Meta-theoretic Assumptions and Bibliometric Evidence Assessment on 3-D Virtual Worlds as Collaborative Learning Ecosystems
Computer-supported online 3-D virtual world environments have been waxed and waned in interest and representativeness for supporting collaborative- and simulation-based practices. In a post-modern societal framework that requires inexpensive solutions for high-risk situations, research efforts in virtual worlds have developed a basis for understanding the use of virtual reality for multidisciplinary scenarios such as distance learning, training, therapy treatments, and social interaction. Complex relationships can be established simultaneously between several students functioning as integrated learning units using different media, and interacting with their physical environment in the context of real-world settings. In this sense, a recurrently updated research agenda for virtual worlds can characterize the current needs at a systematic way. This paper presents a meta-analysis of 35 publications to identify gaps and opportunities for research in collaborative three-dimensional environments based on content analysis. At a general perspective, there is a lack of established approaches to measure the influence and research potential of sociocultural factors in virtual worlds’ usage, autism spectrum and other healthcare-related settings, learning outcomes, content characteristics, task support for groups and crowds, and online data collection.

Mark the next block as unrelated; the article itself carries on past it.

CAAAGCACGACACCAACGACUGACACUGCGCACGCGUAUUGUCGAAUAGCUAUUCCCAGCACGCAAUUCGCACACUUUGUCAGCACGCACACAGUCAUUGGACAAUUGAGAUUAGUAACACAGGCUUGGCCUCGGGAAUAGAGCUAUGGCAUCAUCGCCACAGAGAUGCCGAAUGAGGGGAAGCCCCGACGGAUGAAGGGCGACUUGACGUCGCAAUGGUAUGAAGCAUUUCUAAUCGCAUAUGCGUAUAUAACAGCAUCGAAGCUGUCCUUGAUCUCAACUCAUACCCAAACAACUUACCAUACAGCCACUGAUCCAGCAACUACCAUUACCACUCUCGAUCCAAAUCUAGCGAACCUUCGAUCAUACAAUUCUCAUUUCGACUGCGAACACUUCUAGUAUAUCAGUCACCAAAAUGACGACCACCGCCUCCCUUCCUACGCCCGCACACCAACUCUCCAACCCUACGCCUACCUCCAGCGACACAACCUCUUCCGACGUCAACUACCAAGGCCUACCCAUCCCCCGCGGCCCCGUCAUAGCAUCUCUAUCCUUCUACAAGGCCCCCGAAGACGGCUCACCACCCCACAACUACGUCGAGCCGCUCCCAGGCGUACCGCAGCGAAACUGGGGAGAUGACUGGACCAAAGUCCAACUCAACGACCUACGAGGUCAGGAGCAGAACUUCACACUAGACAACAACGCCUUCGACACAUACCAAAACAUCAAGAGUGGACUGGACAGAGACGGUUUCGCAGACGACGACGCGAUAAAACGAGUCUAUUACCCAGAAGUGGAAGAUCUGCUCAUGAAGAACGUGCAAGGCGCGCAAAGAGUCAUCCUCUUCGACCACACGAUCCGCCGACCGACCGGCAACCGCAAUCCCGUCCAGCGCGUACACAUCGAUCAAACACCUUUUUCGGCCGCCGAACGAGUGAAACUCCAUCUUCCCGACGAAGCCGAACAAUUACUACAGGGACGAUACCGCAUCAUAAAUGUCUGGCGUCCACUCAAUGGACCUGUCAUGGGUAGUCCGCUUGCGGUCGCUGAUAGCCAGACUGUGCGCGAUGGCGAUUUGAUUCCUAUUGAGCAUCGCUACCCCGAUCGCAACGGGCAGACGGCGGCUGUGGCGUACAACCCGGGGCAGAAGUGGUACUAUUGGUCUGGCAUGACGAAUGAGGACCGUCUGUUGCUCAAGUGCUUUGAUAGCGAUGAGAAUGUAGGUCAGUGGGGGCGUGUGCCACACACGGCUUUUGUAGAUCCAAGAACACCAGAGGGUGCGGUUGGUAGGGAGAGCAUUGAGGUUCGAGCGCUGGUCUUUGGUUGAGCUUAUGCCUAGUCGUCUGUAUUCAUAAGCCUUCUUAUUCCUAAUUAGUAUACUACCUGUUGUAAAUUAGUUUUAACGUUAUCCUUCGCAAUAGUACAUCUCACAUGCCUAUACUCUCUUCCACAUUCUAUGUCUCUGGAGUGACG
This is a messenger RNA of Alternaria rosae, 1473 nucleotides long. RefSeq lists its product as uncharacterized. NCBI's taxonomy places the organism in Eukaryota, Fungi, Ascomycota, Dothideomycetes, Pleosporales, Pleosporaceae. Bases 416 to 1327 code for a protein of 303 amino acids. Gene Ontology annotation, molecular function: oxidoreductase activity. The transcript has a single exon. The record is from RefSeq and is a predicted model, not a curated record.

Bibliometrics; Collaborative Virtual Environments; 3-D CVE; Learning; Meta-analysis; Research Agenda; Second Life; Virtual Worlds;
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